GOP lawmakers air concerns with Trump drug pricing move in meeting with health chief

Republican lawmakers who worked as doctors expressed their concerns about President TrumpDonald John TrumpWHCA calls on Trump to denounce video depicting him shooting media outlets Video of fake Trump shooting members of media shown at his Miami resort: report Trump hits Fox News's Chris Wallace over Ukraine coverage MORE's controversial proposal to lower drug prices with the president's health chief Thursday.

The lawmakers in the GOP Doctors Caucus questioned Secretary of Health and Human Services Alex Azar in the meeting about a proposal Trump put forward in October to lower certain Medicare drug prices by tying them to lower prices paid in other countries.

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The proposal was a dramatic departure from the usual Republican position on drug prices, and drew some mild praise from Democrats.

But now GOP lawmakers are airing concerns.

“I would say that the Doc Caucus has concerns but we're happy that they came and explained the program in more detail and what their proposal is,” said Rep. Larry BucshonLarry Dean Bucshon Trump unveils plan to help kidney patients in push to lower health costs House Republican: Disclosing drug prices in TV ads 'doesn't help the consumer very much' GOP lawmaker has 'a lot of concerns' over coverage if ObamaCare is overturned MORE (R-Ind.), a member of the group of about a dozen GOP lawmakers who are doctors.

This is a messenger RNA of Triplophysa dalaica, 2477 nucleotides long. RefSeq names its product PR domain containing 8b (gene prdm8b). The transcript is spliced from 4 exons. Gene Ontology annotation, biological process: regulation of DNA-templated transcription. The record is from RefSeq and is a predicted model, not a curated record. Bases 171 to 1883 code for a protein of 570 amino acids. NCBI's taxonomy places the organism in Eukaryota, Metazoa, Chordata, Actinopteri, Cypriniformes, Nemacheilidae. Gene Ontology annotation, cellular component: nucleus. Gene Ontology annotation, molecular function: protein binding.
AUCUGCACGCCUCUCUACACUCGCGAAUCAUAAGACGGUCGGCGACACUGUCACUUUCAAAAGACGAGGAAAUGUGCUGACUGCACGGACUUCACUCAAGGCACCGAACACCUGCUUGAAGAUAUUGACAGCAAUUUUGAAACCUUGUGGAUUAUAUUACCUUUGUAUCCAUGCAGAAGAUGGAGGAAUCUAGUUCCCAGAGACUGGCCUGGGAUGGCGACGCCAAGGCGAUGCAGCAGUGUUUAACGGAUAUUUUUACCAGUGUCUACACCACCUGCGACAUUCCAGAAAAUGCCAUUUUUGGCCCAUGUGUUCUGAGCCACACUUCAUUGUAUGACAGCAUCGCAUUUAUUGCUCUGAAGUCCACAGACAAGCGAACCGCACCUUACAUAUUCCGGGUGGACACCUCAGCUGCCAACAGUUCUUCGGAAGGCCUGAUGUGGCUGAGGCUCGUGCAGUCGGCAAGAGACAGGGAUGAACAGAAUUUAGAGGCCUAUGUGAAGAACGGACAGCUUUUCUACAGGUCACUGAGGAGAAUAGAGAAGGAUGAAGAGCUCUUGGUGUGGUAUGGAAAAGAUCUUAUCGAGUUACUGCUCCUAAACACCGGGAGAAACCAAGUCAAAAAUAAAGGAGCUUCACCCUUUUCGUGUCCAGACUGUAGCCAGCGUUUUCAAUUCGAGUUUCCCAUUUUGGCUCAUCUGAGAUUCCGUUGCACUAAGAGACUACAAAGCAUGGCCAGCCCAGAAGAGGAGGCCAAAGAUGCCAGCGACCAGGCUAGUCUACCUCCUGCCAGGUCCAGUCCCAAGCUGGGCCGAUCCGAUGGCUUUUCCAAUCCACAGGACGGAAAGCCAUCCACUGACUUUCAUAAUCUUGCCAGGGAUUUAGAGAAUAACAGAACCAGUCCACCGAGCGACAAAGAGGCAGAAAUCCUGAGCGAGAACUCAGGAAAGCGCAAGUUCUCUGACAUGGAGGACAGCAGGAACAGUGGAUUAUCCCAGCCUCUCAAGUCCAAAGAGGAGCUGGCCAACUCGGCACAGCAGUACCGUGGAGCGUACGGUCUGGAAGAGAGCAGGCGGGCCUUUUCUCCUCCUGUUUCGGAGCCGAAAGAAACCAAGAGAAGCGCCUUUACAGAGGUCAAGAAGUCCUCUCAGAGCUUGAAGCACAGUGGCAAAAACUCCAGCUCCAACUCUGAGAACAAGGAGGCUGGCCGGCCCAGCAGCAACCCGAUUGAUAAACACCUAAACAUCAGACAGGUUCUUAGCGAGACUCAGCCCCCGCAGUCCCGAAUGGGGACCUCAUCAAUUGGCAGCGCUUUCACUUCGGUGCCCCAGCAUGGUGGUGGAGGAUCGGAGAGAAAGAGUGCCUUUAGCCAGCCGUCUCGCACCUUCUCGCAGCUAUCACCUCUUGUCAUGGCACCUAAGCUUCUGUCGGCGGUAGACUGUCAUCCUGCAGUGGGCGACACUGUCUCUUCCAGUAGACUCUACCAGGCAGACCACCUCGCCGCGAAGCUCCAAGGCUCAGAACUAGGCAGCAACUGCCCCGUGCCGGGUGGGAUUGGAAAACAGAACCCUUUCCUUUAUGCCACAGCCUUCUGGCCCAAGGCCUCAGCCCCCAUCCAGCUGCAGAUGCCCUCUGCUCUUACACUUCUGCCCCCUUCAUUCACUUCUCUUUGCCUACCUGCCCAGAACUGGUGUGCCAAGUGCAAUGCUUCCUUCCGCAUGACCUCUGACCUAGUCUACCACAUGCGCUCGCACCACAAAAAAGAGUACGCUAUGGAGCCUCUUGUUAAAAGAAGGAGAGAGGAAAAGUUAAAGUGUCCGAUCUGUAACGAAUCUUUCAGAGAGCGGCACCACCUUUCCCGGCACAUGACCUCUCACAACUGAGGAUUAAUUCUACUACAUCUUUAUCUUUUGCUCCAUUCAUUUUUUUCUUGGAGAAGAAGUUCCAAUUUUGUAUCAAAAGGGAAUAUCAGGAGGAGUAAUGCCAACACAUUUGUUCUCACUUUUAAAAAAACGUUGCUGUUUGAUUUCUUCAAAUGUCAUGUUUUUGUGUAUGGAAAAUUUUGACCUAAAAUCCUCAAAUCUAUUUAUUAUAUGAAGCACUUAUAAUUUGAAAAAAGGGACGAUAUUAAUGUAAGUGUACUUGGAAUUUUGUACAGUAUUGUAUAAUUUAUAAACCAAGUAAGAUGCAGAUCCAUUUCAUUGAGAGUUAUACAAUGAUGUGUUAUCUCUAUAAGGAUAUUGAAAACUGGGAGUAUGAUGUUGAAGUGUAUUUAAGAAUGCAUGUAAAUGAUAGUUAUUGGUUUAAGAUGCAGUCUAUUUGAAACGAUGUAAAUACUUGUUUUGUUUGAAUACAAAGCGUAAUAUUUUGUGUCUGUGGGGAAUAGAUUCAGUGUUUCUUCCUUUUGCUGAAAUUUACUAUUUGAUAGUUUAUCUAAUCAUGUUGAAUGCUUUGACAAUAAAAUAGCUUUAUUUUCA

Bucshon said he still had concerns after the meeting. He previously called the proposal is too close to “price controls.”

Rep. Phil RoeDavid (Phil) Phillip RoeOvernight Health Care — Presented by Better Medicare Alliance — Mystery vaping deaths in House spotlight | CBO says fix backed by doctors for surprise medical bills would cost billions | VA pressured to ease rules on medical marijuana CBO: Fix backed by doctors for surprise medical bills would cost billions Democrats divided on surprise medical bill fix MORE (R-Tenn.), the co-chairman of the group, said the meeting gave lawmakers a chance to ask Azar and Centers for Medicare and Medicaid Services Administrator Seema Verma questions about the proposal.

Azar and Verma explained the proposal and defended it, lawmakers said. “I think we have concerns but I think we had a lot less concerns [after the meeting],” Roe said.

The administration has argued that Medicare Part B currently essentially pays drug companies whatever price they want for their products, and that the system needs to change.  

Roe noted that the proposal is still in the preliminary stages, proving more time for input.

In a further sign of GOP concerns about Trump’s proposal, 55 conservative groups wrote a letter on Wednesday calling for the proposal to be withdrawn, warning of “price controls.”